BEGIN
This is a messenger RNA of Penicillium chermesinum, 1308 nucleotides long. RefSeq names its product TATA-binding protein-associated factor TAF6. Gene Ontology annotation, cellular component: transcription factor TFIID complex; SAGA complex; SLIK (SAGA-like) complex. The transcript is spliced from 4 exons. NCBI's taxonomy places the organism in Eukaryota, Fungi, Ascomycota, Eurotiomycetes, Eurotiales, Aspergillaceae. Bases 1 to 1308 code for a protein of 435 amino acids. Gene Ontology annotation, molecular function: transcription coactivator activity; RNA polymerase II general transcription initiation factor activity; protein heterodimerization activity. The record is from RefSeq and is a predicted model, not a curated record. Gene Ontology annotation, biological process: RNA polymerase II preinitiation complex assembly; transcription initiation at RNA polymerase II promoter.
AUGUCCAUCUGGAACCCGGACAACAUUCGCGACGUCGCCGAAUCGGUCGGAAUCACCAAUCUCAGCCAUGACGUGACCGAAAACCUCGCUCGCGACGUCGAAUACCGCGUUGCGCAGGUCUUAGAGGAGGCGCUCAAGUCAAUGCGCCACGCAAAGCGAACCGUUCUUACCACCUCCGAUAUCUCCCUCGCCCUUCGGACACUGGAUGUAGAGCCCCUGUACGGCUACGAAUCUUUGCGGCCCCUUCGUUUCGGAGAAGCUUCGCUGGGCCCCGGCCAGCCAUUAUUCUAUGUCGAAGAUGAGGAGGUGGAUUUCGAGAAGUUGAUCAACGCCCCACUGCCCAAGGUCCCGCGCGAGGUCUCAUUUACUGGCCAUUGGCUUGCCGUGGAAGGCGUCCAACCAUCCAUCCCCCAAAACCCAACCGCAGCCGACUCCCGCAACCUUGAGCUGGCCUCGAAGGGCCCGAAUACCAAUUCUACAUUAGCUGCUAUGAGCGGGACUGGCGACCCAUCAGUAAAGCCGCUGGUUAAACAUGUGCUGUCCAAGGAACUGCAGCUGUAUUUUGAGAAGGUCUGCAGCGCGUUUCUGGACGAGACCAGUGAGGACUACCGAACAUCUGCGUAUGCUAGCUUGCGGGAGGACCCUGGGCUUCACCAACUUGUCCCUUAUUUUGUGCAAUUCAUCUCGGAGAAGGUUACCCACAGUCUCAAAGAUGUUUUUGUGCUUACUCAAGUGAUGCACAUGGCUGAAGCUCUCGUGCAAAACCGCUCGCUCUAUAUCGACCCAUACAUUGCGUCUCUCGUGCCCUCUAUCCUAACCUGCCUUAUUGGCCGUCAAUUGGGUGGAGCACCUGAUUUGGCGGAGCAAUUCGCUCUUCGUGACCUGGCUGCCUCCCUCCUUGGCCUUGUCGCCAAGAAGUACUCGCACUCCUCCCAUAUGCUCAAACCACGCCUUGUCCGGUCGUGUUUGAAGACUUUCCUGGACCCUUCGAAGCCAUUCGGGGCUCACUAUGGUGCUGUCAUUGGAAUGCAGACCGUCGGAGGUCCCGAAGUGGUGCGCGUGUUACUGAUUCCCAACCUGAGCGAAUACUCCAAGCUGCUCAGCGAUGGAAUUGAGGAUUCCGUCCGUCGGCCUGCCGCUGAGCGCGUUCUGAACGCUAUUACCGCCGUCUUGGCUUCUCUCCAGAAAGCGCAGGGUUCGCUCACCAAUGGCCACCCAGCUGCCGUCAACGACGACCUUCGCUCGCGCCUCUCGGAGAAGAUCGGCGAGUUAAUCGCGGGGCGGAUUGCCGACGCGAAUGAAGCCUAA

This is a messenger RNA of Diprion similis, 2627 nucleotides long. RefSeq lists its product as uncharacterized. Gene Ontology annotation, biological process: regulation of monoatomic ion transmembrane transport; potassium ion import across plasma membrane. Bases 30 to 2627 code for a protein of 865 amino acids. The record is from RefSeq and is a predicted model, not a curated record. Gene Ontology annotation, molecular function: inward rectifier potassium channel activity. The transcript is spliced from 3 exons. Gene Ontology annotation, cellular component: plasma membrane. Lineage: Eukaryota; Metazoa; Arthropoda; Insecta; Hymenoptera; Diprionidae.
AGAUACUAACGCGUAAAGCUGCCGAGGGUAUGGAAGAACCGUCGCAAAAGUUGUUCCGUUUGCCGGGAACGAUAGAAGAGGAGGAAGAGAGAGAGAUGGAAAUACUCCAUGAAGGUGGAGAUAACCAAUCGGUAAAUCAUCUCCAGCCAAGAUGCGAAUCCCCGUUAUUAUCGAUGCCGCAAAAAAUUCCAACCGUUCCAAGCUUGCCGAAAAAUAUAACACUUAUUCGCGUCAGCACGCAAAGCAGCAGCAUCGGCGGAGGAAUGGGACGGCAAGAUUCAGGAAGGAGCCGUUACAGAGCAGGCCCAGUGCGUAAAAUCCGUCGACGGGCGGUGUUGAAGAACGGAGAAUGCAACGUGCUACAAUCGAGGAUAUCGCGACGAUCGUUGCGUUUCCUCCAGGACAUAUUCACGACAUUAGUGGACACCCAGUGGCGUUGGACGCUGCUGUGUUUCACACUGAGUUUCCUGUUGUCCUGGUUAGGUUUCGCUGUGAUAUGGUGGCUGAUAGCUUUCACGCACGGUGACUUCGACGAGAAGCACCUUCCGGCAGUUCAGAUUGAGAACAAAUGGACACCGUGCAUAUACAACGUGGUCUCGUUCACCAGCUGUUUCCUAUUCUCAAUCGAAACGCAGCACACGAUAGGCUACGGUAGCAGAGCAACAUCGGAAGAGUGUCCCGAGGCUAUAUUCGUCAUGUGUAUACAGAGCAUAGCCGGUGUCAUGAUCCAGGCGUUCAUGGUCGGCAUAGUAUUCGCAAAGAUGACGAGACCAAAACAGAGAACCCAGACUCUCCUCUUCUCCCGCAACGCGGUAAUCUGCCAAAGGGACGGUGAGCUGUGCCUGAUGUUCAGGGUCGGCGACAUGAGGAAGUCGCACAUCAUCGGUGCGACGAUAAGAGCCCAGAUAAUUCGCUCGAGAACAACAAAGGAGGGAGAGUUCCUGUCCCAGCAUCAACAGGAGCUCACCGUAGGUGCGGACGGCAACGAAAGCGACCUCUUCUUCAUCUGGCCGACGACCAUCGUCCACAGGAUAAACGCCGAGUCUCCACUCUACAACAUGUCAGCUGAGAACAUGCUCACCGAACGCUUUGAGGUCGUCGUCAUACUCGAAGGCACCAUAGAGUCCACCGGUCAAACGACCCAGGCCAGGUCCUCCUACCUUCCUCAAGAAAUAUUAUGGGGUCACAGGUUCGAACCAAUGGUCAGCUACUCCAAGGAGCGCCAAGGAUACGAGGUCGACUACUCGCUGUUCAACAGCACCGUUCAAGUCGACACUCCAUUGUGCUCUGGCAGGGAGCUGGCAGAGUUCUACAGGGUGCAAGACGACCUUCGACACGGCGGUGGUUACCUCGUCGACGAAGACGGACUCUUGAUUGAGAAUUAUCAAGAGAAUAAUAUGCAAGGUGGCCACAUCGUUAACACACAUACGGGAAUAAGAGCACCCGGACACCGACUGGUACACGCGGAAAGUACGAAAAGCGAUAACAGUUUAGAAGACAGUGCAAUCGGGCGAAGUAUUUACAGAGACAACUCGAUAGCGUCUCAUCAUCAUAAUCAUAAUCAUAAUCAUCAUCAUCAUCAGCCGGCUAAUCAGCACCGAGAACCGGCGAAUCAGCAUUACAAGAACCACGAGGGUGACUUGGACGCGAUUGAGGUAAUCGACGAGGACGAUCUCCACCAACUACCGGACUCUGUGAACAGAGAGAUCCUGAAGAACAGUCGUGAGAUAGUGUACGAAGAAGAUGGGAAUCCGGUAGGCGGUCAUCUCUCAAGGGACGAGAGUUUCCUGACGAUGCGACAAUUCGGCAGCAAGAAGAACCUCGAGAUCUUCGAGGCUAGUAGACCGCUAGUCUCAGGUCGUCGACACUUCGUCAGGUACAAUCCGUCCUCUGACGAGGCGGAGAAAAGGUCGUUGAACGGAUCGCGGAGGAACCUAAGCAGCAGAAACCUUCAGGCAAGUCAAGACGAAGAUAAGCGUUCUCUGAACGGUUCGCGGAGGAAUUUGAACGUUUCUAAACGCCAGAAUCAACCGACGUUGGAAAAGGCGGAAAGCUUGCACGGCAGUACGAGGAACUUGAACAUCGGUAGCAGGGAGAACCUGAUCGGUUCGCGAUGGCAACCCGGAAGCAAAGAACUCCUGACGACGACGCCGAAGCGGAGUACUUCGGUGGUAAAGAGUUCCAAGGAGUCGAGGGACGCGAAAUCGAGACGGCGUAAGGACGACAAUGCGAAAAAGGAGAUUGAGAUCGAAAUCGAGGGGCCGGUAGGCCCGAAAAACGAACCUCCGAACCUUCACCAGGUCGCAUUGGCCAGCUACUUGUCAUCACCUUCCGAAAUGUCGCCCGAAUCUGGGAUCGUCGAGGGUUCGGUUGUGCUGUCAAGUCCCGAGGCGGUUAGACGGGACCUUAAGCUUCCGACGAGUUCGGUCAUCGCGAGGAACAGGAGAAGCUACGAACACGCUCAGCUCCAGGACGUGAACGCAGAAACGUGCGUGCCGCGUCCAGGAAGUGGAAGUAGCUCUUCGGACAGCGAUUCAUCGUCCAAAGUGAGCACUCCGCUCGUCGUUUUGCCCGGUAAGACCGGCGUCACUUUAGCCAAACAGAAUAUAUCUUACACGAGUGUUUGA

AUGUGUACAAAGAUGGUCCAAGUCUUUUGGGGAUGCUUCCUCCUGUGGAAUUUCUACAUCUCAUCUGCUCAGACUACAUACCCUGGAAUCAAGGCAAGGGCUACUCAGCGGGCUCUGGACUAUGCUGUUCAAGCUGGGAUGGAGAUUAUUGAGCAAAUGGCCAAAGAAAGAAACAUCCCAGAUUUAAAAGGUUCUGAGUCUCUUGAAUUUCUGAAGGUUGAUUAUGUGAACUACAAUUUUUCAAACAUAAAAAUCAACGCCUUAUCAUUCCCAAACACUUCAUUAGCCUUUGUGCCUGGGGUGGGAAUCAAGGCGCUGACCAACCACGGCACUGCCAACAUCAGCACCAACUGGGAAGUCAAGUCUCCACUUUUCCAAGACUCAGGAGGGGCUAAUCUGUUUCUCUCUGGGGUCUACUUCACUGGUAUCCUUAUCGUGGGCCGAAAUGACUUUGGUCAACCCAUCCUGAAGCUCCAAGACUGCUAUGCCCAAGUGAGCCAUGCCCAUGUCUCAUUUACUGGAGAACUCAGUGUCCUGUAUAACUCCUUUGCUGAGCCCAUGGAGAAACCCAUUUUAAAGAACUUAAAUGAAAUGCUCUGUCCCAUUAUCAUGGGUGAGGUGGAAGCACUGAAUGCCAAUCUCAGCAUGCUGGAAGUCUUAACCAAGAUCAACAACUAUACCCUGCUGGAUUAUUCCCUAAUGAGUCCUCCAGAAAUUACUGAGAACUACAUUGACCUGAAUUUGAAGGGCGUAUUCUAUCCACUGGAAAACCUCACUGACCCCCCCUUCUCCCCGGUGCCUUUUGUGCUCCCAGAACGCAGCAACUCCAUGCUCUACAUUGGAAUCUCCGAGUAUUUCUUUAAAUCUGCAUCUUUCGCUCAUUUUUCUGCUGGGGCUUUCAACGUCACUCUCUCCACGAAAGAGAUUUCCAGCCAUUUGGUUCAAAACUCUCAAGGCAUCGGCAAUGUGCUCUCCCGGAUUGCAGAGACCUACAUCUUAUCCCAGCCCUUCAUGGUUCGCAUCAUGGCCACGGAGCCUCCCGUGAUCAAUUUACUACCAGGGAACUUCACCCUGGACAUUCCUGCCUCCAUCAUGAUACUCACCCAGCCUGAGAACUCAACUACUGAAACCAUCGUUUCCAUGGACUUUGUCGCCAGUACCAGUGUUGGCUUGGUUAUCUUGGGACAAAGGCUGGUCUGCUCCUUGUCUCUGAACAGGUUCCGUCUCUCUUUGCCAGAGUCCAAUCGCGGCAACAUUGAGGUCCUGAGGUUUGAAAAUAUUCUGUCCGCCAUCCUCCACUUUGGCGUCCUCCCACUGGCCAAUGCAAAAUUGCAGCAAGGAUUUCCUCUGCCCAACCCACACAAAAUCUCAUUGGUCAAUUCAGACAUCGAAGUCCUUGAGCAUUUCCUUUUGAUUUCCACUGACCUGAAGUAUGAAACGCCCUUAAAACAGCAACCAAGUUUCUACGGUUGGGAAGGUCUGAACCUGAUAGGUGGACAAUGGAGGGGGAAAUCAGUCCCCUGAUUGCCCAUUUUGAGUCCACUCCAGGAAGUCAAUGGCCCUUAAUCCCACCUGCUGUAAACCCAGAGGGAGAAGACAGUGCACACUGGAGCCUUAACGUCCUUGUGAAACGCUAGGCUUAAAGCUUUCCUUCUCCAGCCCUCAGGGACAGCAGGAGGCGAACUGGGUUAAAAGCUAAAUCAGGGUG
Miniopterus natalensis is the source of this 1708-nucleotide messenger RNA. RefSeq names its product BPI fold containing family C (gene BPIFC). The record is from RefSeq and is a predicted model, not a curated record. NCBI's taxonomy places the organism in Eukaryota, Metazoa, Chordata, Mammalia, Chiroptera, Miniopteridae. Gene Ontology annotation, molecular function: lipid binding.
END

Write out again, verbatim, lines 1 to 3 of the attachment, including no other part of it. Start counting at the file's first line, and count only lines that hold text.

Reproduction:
This is a messenger RNA of Penicillium chermesinum, 1308 nucleotides long. RefSeq names its product TATA-binding protein-associated factor TAF6. Gene Ontology annotation, cellular component: transcription factor TFIID complex; SAGA complex; SLIK (SAGA-like) complex. The transcript is spliced from 4 exons. NCBI's taxonomy places the organism in Eukaryota, Fungi, Ascomycota, Eurotiomycetes, Eurotiales, Aspergillaceae. Bases 1 to 1308 code for a protein of 435 amino acids. Gene Ontology annotation, molecular function: transcription coactivator activity; RNA polymerase II general transcription initiation factor activity; protein heterodimerization activity. The record is from RefSeq and is a predicted model, not a curated record. Gene Ontology annotation, biological process: RNA polymerase II preinitiation complex assembly; transcription initiation at RNA polymerase II promoter.
AUGUCCAUCUGGAACCCGGACAACAUUCGCGACGUCGCCGAAUCGGUCGGAAUCACCAAUCUCAGCCAUGACGUGACCGAAAACCUCGCUCGCGACGUCGAAUACCGCGUUGCGCAGGUCUUAGAGGAGGCGCUCAAGUCAAUGCGCCACGCAAAGCGAACCGUUCUUACCACCUCCGAUAUCUCCCUCGCCCUUCGGACACUGGAUGUAGAGCCCCUGUACGGCUACGAAUCUUUGCGGCCCCUUCGUUUCGGAGAAGCUUCGCUGGGCCCCGGCCAGCCAUUAUUCUAUGUCGAAGAUGAGGAGGUGGAUUUCGAGAAGUUGAUCAACGCCCCACUGCCCAAGGUCCCGCGCGAGGUCUCAUUUACUGGCCAUUGGCUUGCCGUGGAAGGCGUCCAACCAUCCAUCCCCCAAAACCCAACCGCAGCCGACUCCCGCAACCUUGAGCUGGCCUCGAAGGGCCCGAAUACCAAUUCUACAUUAGCUGCUAUGAGCGGGACUGGCGACCCAUCAGUAAAGCCGCUGGUUAAACAUGUGCUGUCCAAGGAACUGCAGCUGUAUUUUGAGAAGGUCUGCAGCGCGUUUCUGGACGAGACCAGUGAGGACUACCGAACAUCUGCGUAUGCUAGCUUGCGGGAGGACCCUGGGCUUCACCAACUUGUCCCUUAUUUUGUGCAAUUCAUCUCGGAGAAGGUUACCCACAGUCUCAAAGAUGUUUUUGUGCUUACUCAAGUGAUGCACAUGGCUGAAGCUCUCGUGCAAAACCGCUCGCUCUAUAUCGACCCAUACAUUGCGUCUCUCGUGCCCUCUAUCCUAACCUGCCUUAUUGGCCGUCAAUUGGGUGGAGCACCUGAUUUGGCGGAGCAAUUCGCUCUUCGUGACCUGGCUGCCUCCCUCCUUGGCCUUGUCGCCAAGAAGUACUCGCACUCCUCCCAUAUGCUCAAACCACGCCUUGUCCGGUCGUGUUUGAAGACUUUCCUGGACCCUUCGAAGCCAUUCGGGGCUCACUAUGGUGCUGUCAUUGGAAUGCAGACCGUCGGAGGUCCCGAAGUGGUGCGCGUGUUACUGAUUCCCAACCUGAGCGAAUACUCCAAGCUGCUCAGCGAUGGAAUUGAGGAUUCCGUCCGUCGGCCUGCCGCUGAGCGCGUUCUGAACGCUAUUACCGCCGUCUUGGCUUCUCUCCAGAAAGCGCAGGGUUCGCUCACCAAUGGCCACCCAGCUGCCGUCAACGACGACCUUCGCUCGCGCCUCUCGGAGAAGAUCGGCGAGUUAAUCGCGGGGCGGAUUGCCGACGCGAAUGAAGCCUAA

This is a messenger RNA of Diprion similis, 2627 nucleotides long. RefSeq lists its product as uncharacterized. Gene Ontology annotation, biological process: regulation of monoatomic ion transmembrane transport; potassium ion import across plasma membrane. Bases 30 to 2627 code for a protein of 865 amino acids. The record is from RefSeq and is a predicted model, not a curated record. Gene Ontology annotation, molecular function: inward rectifier potassium channel activity. The transcript is spliced from 3 exons. Gene Ontology annotation, cellular component: plasma membrane. Lineage: Eukaryota; Metazoa; Arthropoda; Insecta; Hymenoptera; Diprionidae.